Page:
Conflicts & War

Myanmar death sentences soar since coup

Bangkok, May 24 (EFE).- Last year’s military coup in Myanmar has caused a sharp increase in the number of death sentences, which rose to 86 in 2021 compared to just one in the previous year, according to a report by Amnesty International, published Tuesday.

The report warns of the “alarming increase” in the use of the death penalty under martial law imposed in parts of Myanmar, where military courts have tried civilian cases since the military coup, “leading to convictions without the right to appeal.”

The organization said that of the nearly 90 people “arbitrarily sentenced to death,” 26 were sentenced in absentia, adding that these sentences have been perceived as “a selective campaign against protesters and journalists.”

Most of the convictions occurred in areas of the country where martial law is in force for alleged violence against soldiers or supporters of the military regime.

One to catch the most attention was in January against Phyo Zayar Thaw, a politician from the National League for Democracy, the party of deposed leader Aung San Suu Kyi.

Thaw was convicted of violating the anti-terrorism law, although the media close to the board did not give more details about his alleged crimes.

Multiple death sentences are also frequent, such as the one a military court handed in November against 21 people for their alleged participation in attacks against military objectives that caused the death of four people. Trials were held behind closed doors and without guarantees, according to human rights groups.

The martial law imposed by the military in parts of the country allows the death penalty to be applied for crimes of treason.

Despite the large increase in sentences, there were no executions in 2021 in Myanmar, where in recent years there have never been more than 10 death sentences, the majority for murders, and where there is no data of no executions since 1988.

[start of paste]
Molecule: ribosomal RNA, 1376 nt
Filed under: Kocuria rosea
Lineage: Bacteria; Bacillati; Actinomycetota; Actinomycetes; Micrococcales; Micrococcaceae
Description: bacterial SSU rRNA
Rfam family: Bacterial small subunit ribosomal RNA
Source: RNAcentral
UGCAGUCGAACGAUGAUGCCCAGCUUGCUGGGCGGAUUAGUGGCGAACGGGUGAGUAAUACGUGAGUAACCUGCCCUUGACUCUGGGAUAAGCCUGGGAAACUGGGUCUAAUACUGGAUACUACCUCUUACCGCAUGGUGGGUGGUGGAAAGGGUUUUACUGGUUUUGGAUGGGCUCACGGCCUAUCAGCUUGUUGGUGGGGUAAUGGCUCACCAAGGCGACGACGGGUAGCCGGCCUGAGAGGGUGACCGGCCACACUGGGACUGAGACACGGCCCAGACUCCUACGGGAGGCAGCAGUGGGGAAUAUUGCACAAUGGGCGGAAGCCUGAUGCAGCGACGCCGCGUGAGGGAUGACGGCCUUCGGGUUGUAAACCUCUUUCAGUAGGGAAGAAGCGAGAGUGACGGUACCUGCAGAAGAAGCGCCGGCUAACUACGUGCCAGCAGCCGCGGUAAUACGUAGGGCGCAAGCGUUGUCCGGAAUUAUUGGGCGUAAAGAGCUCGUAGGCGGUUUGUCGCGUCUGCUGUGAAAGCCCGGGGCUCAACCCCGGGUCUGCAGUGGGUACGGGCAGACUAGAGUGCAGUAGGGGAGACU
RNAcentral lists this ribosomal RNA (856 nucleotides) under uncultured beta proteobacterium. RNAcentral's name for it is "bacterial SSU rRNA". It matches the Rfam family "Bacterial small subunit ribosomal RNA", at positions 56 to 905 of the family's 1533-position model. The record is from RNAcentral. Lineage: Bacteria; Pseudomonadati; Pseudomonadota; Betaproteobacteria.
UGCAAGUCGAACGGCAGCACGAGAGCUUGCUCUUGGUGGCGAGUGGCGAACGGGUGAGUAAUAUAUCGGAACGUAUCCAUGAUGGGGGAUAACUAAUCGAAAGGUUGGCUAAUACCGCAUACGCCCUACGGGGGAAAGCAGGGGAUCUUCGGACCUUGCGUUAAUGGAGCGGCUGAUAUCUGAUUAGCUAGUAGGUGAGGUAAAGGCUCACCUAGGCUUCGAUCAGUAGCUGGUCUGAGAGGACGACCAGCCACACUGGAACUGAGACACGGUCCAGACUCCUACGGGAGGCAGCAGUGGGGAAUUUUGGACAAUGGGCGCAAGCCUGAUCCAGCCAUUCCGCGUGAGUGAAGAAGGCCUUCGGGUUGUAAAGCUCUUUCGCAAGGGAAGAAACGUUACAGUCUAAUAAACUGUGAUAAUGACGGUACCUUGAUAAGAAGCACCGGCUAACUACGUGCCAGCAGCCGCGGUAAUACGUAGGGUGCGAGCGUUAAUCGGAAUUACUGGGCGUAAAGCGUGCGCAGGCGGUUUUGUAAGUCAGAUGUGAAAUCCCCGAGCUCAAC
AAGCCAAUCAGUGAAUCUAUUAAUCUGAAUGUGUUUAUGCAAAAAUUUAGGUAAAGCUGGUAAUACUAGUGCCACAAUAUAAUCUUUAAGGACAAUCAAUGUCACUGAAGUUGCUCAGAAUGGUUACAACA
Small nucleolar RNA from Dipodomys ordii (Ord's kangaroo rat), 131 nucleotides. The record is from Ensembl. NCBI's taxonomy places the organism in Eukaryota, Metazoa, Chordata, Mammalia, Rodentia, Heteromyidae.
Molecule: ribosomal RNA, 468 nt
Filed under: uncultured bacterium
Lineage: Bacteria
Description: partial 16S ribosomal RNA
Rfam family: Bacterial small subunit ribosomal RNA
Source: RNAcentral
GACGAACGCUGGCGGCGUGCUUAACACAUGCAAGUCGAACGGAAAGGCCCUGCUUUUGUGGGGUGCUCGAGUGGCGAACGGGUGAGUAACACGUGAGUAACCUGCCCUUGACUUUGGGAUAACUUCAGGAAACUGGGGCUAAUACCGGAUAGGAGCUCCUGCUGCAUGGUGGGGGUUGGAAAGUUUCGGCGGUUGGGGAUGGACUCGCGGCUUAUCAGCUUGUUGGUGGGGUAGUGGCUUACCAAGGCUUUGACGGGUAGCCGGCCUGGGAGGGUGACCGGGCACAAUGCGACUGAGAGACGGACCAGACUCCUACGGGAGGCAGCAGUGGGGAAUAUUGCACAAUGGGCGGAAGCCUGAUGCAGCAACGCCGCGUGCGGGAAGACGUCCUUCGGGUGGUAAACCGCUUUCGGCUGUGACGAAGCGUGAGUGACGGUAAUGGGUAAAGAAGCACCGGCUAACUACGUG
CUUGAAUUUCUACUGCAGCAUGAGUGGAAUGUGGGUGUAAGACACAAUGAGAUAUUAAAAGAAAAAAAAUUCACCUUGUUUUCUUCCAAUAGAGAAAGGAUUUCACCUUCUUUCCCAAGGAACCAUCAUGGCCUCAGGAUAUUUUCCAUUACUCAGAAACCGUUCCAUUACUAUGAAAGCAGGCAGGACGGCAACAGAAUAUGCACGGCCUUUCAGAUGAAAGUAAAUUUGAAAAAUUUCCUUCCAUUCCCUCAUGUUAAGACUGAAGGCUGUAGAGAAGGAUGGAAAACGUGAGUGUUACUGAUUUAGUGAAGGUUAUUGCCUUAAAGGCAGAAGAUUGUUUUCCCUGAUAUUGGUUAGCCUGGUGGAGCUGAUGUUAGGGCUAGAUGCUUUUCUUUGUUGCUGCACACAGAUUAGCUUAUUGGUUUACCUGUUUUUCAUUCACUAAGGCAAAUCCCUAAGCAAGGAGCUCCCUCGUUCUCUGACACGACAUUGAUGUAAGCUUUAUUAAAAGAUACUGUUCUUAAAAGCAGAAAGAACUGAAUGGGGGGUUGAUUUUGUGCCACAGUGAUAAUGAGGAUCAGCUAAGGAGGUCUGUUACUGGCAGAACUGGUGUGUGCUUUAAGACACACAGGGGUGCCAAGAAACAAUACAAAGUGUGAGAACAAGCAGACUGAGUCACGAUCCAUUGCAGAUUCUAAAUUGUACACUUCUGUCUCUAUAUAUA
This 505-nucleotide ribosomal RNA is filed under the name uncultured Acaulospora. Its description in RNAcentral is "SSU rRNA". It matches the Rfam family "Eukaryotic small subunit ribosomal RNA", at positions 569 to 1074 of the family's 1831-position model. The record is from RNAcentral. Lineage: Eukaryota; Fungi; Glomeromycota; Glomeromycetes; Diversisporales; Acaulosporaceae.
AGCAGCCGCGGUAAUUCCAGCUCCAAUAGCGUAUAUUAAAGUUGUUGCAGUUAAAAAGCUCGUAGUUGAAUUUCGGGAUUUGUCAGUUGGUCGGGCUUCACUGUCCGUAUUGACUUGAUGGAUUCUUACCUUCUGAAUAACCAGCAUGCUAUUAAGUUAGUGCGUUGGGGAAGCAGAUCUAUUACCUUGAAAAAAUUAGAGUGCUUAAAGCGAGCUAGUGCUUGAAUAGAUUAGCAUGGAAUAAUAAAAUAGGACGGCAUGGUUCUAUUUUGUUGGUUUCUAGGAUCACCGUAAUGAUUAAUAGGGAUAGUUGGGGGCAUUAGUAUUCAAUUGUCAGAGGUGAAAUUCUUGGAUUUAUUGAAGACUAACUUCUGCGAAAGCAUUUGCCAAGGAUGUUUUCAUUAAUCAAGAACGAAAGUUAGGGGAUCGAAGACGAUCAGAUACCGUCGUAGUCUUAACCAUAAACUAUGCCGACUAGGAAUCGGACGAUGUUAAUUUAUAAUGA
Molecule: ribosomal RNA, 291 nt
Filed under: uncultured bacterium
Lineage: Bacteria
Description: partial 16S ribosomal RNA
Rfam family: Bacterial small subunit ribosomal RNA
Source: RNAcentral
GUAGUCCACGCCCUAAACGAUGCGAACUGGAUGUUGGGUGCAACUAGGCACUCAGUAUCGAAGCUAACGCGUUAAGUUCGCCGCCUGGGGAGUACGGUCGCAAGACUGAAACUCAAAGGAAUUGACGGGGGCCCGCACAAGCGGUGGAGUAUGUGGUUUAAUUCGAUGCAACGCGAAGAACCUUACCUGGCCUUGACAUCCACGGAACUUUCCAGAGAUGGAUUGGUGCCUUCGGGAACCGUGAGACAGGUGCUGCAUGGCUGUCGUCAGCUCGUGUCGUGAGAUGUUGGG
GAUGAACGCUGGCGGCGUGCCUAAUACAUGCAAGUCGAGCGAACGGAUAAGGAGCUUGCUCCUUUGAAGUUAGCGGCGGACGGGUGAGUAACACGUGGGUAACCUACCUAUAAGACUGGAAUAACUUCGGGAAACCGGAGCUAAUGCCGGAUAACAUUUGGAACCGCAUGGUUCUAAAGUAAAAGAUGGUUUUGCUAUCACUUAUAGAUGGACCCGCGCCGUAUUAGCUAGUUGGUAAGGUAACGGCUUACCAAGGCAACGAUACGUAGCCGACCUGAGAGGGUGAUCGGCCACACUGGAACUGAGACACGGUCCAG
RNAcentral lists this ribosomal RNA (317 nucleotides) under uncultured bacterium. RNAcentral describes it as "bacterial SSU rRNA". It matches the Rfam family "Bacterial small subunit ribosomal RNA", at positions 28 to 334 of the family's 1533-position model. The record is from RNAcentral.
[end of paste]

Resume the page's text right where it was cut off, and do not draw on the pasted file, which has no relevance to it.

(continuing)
The report said that “before February 2021 (date of the coup), known death sentences were imposed sporadically for murder and generally commuted through multiple pardons,” which remains possible under General Min Aung Hlaing’s regime.

The organization said that of the 86 convicted, two were minors when they committed the alleged crimes and one suffered from a mental disability.

“Available information indicates that the proceedings were summary, with the accused unable to access legal representation,” the report reads.

The organization said it detected a “worrying increase” in executions and death sentences in 2021 in the world, with a rise of 20 percent compared to the previous year as a result, among other factors, of the end of the restrictions by Covid-19.

The military coup plunged Myanmar into a deep political, social and economic crisis, and opened a spiral of violence with new civilian militias that have exacerbated the guerrilla war the country has experienced for decades.

At least 1,858 people have died as a result of the violent repression carried out by police and soldiers, who have shot to kill peaceful and unarmed protesters, according to data collected by the NGO Association for the Assistance of Political Prisoners in Myanmar. EFE


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